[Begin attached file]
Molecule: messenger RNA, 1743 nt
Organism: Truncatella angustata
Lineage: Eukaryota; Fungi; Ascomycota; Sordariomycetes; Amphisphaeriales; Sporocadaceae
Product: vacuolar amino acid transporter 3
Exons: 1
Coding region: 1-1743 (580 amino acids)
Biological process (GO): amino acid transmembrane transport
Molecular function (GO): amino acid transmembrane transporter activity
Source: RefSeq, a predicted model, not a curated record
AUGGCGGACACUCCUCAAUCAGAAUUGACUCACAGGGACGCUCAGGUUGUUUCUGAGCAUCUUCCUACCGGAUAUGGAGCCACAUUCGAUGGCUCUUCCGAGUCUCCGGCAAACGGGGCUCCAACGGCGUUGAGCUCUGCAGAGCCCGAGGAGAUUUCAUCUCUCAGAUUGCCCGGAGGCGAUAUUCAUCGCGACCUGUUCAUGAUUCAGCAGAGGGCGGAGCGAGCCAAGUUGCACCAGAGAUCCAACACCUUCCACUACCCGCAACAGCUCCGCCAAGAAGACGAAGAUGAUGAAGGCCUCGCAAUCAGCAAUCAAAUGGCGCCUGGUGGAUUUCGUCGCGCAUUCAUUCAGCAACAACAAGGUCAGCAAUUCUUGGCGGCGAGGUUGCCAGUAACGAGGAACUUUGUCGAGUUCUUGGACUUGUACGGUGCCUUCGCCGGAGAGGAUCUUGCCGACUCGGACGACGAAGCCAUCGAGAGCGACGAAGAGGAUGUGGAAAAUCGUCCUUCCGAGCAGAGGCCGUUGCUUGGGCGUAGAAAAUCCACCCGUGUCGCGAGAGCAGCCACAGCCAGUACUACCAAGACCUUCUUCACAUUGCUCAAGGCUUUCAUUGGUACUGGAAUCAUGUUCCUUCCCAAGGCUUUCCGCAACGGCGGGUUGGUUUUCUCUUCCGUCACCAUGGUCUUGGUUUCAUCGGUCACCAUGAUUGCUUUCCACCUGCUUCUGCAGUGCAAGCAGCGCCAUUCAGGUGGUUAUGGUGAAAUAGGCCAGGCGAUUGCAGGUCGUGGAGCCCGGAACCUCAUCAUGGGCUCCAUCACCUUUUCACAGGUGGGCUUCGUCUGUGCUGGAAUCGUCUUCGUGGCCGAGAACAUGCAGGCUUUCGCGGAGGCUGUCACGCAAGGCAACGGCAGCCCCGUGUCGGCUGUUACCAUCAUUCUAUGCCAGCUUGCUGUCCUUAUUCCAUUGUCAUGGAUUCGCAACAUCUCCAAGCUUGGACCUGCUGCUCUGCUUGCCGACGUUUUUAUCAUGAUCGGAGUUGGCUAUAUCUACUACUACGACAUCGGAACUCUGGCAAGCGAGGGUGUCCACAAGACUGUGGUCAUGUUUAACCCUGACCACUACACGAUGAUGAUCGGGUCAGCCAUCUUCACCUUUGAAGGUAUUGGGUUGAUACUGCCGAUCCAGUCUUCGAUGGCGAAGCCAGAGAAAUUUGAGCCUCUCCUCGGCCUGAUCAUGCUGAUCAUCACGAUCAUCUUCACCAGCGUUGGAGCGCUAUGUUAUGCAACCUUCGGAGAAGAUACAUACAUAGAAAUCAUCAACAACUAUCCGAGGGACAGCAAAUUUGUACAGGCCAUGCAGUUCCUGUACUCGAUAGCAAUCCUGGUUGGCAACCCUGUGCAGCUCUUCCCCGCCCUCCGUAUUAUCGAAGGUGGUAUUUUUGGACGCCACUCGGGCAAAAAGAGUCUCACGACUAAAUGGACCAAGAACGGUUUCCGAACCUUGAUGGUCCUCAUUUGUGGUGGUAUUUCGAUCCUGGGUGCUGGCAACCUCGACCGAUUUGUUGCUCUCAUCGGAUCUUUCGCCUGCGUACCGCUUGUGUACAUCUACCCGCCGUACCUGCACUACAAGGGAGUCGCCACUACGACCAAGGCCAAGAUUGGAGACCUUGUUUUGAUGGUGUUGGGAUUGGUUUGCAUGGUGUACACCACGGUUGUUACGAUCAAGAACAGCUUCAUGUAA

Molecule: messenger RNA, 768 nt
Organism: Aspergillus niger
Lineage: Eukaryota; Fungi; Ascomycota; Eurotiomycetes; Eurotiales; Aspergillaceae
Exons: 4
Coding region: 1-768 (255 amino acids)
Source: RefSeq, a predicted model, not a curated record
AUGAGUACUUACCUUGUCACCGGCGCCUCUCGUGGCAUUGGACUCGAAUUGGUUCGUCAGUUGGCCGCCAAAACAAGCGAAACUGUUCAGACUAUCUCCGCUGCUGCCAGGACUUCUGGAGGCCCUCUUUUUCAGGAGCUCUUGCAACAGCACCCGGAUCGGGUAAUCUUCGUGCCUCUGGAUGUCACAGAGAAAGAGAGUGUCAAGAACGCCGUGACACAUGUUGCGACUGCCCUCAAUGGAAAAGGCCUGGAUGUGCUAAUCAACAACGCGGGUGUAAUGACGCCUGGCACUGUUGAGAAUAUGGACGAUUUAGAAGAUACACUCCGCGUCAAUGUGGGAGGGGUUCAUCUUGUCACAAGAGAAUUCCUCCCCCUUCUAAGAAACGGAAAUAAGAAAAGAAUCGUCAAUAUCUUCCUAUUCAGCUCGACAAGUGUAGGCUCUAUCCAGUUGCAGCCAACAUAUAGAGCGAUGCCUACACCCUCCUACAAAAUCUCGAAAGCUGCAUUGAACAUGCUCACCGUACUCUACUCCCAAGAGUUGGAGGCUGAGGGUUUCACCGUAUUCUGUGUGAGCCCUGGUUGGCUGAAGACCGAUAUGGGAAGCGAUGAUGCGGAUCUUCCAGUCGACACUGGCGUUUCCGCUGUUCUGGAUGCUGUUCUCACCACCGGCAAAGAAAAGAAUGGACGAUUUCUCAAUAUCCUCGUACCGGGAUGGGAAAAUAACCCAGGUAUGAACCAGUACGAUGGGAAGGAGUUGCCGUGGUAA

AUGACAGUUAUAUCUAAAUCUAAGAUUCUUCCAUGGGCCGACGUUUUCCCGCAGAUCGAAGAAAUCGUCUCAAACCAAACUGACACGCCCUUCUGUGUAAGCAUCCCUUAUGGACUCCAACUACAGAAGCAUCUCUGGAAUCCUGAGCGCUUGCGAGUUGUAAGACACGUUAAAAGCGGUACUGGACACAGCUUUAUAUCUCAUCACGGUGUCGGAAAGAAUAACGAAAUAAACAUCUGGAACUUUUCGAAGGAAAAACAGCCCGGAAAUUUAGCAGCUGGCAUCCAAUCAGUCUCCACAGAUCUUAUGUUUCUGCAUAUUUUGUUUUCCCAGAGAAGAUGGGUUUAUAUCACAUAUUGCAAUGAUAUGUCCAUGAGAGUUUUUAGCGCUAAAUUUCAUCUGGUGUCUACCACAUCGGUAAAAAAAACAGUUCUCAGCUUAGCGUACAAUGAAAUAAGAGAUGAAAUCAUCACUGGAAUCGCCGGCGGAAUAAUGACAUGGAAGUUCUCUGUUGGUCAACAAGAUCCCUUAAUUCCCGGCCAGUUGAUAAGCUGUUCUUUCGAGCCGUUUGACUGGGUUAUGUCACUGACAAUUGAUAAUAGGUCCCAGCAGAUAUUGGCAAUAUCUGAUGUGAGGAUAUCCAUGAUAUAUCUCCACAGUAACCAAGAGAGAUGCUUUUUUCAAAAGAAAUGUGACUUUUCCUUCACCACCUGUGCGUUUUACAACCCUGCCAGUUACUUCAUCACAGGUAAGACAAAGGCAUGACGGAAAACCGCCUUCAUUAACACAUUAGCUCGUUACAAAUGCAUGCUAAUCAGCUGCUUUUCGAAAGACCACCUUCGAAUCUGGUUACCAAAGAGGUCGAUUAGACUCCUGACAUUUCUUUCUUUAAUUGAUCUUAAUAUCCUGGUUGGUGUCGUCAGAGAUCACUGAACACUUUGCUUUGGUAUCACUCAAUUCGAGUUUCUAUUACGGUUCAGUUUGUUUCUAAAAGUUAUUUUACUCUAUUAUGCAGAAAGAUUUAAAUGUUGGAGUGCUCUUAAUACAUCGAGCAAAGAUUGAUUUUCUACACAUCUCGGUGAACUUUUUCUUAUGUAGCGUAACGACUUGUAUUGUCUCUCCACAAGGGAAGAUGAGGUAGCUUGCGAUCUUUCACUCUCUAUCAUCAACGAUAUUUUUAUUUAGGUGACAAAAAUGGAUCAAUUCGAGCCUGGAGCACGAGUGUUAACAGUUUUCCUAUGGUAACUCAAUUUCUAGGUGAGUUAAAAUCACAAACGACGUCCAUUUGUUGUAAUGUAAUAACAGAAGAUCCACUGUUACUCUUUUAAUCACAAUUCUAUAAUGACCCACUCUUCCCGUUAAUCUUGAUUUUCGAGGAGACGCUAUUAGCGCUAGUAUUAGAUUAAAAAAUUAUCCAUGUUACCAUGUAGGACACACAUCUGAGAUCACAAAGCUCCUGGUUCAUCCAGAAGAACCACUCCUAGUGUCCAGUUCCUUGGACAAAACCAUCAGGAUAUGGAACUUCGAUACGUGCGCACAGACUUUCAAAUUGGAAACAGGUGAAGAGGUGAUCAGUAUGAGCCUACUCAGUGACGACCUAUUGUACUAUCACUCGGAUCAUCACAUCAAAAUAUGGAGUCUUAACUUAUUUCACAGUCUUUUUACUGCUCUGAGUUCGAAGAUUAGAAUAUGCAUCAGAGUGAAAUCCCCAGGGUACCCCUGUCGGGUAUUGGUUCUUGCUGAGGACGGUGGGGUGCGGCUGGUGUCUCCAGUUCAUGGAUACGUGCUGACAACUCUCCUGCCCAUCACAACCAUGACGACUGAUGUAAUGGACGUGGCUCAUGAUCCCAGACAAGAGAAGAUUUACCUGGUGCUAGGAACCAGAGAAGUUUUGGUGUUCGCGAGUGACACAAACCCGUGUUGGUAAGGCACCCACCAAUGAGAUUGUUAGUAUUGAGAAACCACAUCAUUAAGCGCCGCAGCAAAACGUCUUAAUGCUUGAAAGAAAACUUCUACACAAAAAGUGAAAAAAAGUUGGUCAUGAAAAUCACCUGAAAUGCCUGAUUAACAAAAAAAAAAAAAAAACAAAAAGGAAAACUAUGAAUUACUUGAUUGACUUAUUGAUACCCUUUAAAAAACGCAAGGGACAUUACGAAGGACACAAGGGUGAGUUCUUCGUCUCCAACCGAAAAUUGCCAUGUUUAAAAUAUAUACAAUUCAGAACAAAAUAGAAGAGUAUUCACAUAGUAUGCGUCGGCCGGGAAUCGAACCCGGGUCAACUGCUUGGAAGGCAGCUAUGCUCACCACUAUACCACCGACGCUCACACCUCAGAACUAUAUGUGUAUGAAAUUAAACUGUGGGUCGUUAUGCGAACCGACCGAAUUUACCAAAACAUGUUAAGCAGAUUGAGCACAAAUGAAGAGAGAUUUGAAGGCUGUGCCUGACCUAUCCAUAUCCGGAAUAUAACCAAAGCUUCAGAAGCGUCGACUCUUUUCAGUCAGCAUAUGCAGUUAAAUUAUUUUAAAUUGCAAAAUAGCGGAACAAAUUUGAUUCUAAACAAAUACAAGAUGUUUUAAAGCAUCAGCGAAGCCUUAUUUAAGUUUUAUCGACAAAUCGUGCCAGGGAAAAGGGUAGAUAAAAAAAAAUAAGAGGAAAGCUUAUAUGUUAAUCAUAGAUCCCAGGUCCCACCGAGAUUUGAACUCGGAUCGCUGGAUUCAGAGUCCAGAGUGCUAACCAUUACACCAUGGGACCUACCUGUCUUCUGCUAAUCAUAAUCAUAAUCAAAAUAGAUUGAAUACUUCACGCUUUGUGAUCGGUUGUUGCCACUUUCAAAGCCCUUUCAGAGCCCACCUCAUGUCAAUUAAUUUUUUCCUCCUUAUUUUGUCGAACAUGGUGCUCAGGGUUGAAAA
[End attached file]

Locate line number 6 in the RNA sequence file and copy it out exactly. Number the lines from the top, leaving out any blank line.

Coding region: 1-1743 (580 amino acids)